You would’ve struggled to convince Peter when Jesus called him to be His disciple during that fateful encounter by the shores of Lake Galilee that one day, his shadow would heal people as he walked by [Luke 5:1-11, Acts 5:15]. I suspect that even if he began to embrace becoming a fisher of men as his relationship with Jesus grew, he abandoned the thought after denying he knew Jesus [Matthew 26:69-75]. But little did Peter know that his three years with Jesus hadn’t been in vain. As Peter fellowshipped with Jesus, experiencing His Messianic ministry first-hand, something intangible but evidently genuine was happening to Peter. Peter was becoming the man Jesus said he’d become if he followed Him. The world witnessed the manifestation of Jesus’s prophetic words on Pentecost day when Peter’s sermon brought three thousand souls to the faith [Acts 2:41]. He became a fisher of men for the rest of his life [Luke 5:10].
One of my pursuits this year is intimacy with God. I want to know Him better and become more valuable to His purposes. For a goal-oriented person like me, such an objective can quickly dissolve into a regimented religious to-do list. So, if I’m not watchful, spiritual activities can become tick-box exercises rather than transforming experiences in God’s presence [Psalm 84:7]. One way to guard against this is realising that God is more interested in who we become than what we do because what we do, especially when no one is looking or prompting us, typically shows who we are. I enjoyed one of the best experiences of parenthood a few weeks ago when another parent stopped me in the school car park to praise my son for giving up his spot on the football team to her son. My son loves his football. So, that was a huge sacrifice, but remarkably, he didn’t mention it to anyone at home. I only found out when his friend’s mum told me. My son had put the needs of another before his without being prompted [Philippians 2:4]. I was more pleased he did that of his accord than I would’ve been if he’d done it after I’d asked him to do so. I believe God wants something similar for His children.
God engrafts believers into His family [Ephesians 2:19], and there’s a precise blueprint of who we’re to become: Jesus [Romans 8:29, Ephesians 4:13]. There’s a simple reason for this. If your goal is to do what pleases God, become like the One who pleased Him most [Mark 1:11], and you’ll naturally do the things that please God. What Jesus did during His earthly ministry reflected His intimacy with the Father [John 5:19]. We’ll emulate His works if we develop a similar relationship with the Father [John 14:12]. However, attaining such intimacy requires submitting ourselves to God and His word – intentionally creating space in our lives for spiritual disciplines like studying the Scriptures, praying, fasting, fellowshipping with other believers and listening to teaching that builds us up [Acts 2:42]. It’s a daily, sacrificial process where God slowly but deliberately makes us more Christlike [Ephesians 1:5]. Although the transformation is on His terms, our level of submission and commitment is also a rate-limiting step [Philippians 2:12-13].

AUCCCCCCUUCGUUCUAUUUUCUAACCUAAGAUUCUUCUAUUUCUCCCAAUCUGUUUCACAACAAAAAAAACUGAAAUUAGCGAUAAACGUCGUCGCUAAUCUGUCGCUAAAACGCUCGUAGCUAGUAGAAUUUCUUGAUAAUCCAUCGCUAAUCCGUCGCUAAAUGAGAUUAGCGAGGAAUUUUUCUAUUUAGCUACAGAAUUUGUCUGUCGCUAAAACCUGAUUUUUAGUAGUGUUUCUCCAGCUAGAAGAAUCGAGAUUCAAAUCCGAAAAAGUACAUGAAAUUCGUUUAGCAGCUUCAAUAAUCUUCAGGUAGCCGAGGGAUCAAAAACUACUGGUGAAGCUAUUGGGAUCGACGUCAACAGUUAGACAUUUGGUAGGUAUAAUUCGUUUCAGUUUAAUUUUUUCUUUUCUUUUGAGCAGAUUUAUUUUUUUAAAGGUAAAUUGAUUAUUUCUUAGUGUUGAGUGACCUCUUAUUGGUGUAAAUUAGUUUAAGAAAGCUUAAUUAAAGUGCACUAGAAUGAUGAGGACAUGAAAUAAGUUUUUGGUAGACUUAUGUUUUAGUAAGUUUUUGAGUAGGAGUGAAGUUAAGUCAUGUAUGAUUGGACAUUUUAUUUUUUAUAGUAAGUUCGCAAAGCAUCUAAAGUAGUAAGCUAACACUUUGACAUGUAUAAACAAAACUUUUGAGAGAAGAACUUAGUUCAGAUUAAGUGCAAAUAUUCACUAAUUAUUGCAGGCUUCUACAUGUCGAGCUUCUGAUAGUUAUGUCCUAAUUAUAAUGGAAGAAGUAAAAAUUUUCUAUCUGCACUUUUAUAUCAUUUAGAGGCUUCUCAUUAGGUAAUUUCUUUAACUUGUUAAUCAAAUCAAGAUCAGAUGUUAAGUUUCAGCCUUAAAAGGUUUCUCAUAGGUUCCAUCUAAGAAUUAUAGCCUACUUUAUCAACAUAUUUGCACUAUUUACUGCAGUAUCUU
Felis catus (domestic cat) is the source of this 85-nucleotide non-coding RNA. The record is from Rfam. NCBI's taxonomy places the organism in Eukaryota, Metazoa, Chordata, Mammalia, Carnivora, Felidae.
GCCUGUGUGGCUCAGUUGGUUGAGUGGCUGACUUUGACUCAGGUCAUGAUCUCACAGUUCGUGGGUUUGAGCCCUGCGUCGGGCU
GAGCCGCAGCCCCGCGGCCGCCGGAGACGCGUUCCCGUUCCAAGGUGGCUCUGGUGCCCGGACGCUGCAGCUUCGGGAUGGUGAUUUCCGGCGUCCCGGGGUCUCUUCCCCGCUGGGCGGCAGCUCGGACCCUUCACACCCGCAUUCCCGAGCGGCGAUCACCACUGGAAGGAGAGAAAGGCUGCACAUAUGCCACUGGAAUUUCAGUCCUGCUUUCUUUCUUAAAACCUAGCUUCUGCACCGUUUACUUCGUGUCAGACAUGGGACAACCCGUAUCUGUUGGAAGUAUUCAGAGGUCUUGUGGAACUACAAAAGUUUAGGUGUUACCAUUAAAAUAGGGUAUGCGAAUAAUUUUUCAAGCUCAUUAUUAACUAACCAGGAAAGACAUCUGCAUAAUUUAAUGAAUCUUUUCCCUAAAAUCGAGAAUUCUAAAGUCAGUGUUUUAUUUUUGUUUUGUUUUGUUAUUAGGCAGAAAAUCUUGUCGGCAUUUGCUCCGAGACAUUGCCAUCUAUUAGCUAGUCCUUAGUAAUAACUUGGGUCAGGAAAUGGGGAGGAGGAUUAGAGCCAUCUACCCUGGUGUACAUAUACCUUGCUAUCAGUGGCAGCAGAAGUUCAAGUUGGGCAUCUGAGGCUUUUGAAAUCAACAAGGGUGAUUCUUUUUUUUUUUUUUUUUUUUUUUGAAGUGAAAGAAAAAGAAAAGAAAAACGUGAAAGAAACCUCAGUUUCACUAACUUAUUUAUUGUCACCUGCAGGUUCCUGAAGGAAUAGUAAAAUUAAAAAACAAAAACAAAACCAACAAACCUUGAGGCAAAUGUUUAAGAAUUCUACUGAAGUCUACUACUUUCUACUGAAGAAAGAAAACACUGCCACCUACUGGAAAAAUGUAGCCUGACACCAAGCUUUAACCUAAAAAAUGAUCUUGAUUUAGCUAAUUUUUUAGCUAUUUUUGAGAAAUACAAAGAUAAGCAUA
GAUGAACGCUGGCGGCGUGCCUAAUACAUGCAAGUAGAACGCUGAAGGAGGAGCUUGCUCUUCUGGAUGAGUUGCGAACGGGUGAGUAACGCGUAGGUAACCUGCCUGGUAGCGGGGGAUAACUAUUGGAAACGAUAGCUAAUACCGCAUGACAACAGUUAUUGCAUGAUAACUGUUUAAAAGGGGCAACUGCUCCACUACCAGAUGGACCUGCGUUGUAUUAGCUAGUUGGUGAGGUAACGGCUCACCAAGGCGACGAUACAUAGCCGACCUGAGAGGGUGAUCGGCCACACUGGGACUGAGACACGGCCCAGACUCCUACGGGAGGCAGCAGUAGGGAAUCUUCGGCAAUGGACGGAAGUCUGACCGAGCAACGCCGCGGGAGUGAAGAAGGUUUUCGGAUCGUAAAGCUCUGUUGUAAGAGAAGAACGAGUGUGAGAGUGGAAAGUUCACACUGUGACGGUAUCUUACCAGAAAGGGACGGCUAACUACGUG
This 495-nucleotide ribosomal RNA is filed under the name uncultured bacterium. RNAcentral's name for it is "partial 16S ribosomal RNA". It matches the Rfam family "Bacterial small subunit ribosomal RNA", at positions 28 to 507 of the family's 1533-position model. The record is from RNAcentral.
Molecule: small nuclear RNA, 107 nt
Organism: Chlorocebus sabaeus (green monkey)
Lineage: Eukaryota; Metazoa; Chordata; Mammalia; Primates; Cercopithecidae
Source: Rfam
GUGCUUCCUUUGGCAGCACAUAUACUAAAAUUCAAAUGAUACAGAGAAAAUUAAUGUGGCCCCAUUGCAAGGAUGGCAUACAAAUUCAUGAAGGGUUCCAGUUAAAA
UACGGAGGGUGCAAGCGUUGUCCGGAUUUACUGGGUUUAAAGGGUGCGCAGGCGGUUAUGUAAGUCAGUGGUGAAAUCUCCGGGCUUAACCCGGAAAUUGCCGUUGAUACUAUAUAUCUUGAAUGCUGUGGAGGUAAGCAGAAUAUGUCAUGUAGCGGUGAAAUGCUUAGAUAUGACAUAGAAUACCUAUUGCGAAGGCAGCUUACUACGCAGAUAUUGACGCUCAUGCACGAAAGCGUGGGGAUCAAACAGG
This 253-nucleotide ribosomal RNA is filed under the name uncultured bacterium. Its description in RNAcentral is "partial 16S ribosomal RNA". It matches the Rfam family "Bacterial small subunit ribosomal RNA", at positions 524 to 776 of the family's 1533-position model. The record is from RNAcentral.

It’s easy to see why a to-do list or being told what to do is more attractive than the slow work of transformation. I guess there’s a feel-good factor in doing as we’re told. We may even feel spiritual. But it’ll be somewhat mechanical and temporary if our actions don’t reflect who we are. Besides, God’s interest in us far exceeds who we are from time to time. As a parent, I won’t always be there to tell my kids what to do in every situation. As such, I’m intentionally raising them to know and make the right decision in the specific scenario before them. Even if they fail to make the right decision on an occasion, because of who they’ve become, they’ll make the right choices more often than not. While God is always present and could tell us what to do in every situation, I suspect He doesn’t because that would hinder our growth and creativity. Instead, He says: “This is what I’m like, become like Me” [Matthew 16:24]. So, as we follow Him, immersing ourselves in His mindset [Philippians 2:5], our self-centred desires and ambitions will decrease, and we’ll naturally embrace His will more and create avenues for His purposes to manifest in our lives [John 3:30]. That’s what happened to Peter.
The truth is everyone is conforming to someone’s image consciously or unconsciously. The question is: who are you becoming? Our lives are a composite of our choices, and those choices are a reflection of who we are and what we know. So, if you want to know who you’re becoming, examine your decisions and the origins of the ideologies that birth those decisions because we ultimately become products of the voices we heed. As believers, we must deliberately make God’s still, small voice the loudest in our lives by spending quality time with Him. If it isn’t, we may occasionally do the right things, but when the chips are down, we may find it doesn’t come naturally to be Christlike because there’s a louder voice with more influence over our lives.
Thankfully, we have the option to choose the voices we let in and, as such, who we become. So, I encourage you to pursue intimacy with God primarily because you want to know and please Him after all He’s done for you [Philippians 3:10]. As you fellowship with Him, you’ll become who He created you to be. He’ll also write His word on Your heart, so you’ll know what to do in every situation to bring Him glory like Peter [Jeremiah 31:33].